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Why do the same kids always get the main parts in school assemblies/plays?

(69 Posts)
SomeEnchantedEvening Wed 12-Oct-16 14:54:45

What is the objective of putting on a class assembly? Why is it always the same children who get chosen for the main parts? Is it so that the teacher can show to his or her colleagues what a wonderful performance they can deliver so they play safe and choose the same children all the time? And why is it that there are 5 or 6 parts with loads of lines and the rest of the children have 1 or 2 lines if they're lucky? I know it's difficult to share parts out fairly - and teachers have more than enough on their plates anyway - it must surely be obvious to the teachers that they are choosing the same children again and again? I know some children will not want the main parts - but in my experience it's not that the slightly quieter children are approached and asked if they would like to be considered for a bigger part. My daughter practised so hard at home and the teachers told me she gave a really good audition - they could hear her at the back of the hall - and yet still she only got 1 line. I know this is a commonly expressed frustration and I just wondered if anyone's school operates a slightly fairer system or I just have to accept that this is the way of the world?? Thanks.

ReallyTired Wed 12-Oct-16 14:57:54

Life is not fair. Some children have clear confident speaking voices where as other mumble inaudibly. Some children have Sen and even one line is a struggle. At least every child gets a line.

messystressy Wed 12-Oct-16 14:59:50

This is a bug bear of mine too. My DS desperately wants to be able to speak in front of the school, but never gets the chance. He was once given a line in an assembly and was so chuffed - only for the teacher to forget his line and skip that part of the assembly. He hasn't had the chance again - in three years. I have brought it up but the teachers were dismissive, "oh, everyone gets their go" etc. I think it is because the other children are 'easier' - they have their confidence, the teacher won't need to encourage them, they speak clearly etc. I think it's really sad.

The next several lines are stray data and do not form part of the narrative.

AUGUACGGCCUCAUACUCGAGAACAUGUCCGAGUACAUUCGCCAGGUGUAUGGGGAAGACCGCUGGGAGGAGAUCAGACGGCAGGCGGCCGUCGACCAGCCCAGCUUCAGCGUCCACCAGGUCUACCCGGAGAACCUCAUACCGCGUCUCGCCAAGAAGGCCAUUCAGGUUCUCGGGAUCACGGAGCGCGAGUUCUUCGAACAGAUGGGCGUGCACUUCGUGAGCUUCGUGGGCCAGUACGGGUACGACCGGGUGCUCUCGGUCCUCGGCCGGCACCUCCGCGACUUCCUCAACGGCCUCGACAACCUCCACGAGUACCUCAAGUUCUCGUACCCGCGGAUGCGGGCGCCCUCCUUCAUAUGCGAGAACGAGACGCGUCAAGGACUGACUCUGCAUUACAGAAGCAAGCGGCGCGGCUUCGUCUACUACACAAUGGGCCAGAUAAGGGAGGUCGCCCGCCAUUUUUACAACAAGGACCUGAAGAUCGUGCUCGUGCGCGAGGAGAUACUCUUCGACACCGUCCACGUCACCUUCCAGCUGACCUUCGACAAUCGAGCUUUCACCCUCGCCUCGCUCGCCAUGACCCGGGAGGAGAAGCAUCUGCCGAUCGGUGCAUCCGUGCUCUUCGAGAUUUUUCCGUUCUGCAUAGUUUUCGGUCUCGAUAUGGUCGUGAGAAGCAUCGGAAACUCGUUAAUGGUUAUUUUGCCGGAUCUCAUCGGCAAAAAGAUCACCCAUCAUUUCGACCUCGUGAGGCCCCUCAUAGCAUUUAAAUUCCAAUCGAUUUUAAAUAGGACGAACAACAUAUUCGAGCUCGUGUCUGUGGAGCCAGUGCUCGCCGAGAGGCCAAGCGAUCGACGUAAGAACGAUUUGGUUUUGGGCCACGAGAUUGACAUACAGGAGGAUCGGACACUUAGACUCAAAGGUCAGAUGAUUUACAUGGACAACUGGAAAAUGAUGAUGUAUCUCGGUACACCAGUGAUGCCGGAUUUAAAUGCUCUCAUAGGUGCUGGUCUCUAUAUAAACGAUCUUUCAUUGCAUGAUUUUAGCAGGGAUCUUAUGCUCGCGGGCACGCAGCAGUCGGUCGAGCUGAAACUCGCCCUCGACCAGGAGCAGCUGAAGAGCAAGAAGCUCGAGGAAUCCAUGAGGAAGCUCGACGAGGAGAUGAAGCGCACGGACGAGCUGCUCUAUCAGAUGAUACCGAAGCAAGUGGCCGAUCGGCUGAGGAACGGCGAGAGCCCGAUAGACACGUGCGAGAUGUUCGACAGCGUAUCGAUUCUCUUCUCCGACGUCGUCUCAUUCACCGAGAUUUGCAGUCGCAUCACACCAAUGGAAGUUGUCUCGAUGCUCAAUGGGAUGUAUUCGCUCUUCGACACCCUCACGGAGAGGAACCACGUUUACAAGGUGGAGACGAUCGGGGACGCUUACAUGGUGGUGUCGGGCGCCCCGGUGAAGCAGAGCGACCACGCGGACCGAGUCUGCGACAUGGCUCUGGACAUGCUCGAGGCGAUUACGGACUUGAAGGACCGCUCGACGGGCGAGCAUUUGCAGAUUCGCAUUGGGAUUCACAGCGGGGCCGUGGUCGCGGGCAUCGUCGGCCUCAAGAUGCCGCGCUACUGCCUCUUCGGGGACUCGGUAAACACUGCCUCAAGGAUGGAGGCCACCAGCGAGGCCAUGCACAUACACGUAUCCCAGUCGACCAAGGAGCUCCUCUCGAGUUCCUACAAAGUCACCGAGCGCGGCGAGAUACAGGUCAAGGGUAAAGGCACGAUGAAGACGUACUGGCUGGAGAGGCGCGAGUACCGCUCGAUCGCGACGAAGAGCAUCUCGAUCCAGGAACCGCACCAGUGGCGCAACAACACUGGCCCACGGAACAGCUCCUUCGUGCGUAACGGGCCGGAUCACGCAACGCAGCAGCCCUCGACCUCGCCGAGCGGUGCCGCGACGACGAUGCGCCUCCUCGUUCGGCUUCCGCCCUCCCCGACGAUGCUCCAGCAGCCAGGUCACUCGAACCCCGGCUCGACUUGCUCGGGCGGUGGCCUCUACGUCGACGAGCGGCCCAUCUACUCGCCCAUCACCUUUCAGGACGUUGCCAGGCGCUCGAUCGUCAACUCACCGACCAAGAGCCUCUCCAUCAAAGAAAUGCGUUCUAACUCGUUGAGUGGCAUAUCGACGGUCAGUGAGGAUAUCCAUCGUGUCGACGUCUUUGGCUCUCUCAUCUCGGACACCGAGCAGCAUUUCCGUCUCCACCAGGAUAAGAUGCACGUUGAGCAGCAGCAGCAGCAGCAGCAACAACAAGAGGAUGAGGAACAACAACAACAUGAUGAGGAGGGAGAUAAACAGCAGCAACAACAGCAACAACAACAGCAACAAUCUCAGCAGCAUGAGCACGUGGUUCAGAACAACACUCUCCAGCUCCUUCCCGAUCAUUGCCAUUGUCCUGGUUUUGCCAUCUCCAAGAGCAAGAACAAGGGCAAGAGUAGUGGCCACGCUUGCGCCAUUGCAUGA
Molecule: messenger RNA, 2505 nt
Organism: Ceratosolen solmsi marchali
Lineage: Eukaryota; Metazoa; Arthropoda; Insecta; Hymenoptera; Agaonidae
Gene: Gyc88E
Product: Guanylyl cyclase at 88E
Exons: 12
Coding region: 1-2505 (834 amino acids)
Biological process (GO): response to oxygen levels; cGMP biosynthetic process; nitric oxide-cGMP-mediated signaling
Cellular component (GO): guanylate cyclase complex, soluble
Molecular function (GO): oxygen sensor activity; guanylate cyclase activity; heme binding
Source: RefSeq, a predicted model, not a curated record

Mylittlelights Wed 12-Oct-16 14:59:52

Two of mine always did, the other five of mine did not.

HairsprayBabe Wed 12-Oct-16 15:00:47

The teacher wants the assembly/play to go smoothly so they choose the children they can rely on to be confident and get the lines right.

It isn't personal, if you look at sports the children that get picked for school teams are the fastest/most agile whatever for the same reason.

The children with "big" parts in the play may be terrible at sports or maths so it is nice to give them a chance to shine at something they are good at.

It is a shame for your daughter, but I am sure she is good at lots of other things, and if you continue building her confidence then maybe the teacher will think she is a good bet for a "big" part.

Biscuitsneeded Wed 12-Oct-16 15:01:23

Some kids are better at that kind of thing. Just as some other kids are picked every year for the football team - because they're better than the others. Just as it's often the same kids every year who sit on the 'top table' - because they're brighter and can cope with more/more difficult work. Life isn't fair. I do think school assemblies and productions should involve everyone but some kids find saying even one line in public an ordeal; there's no point giving them a leading role just to make things 'fair'.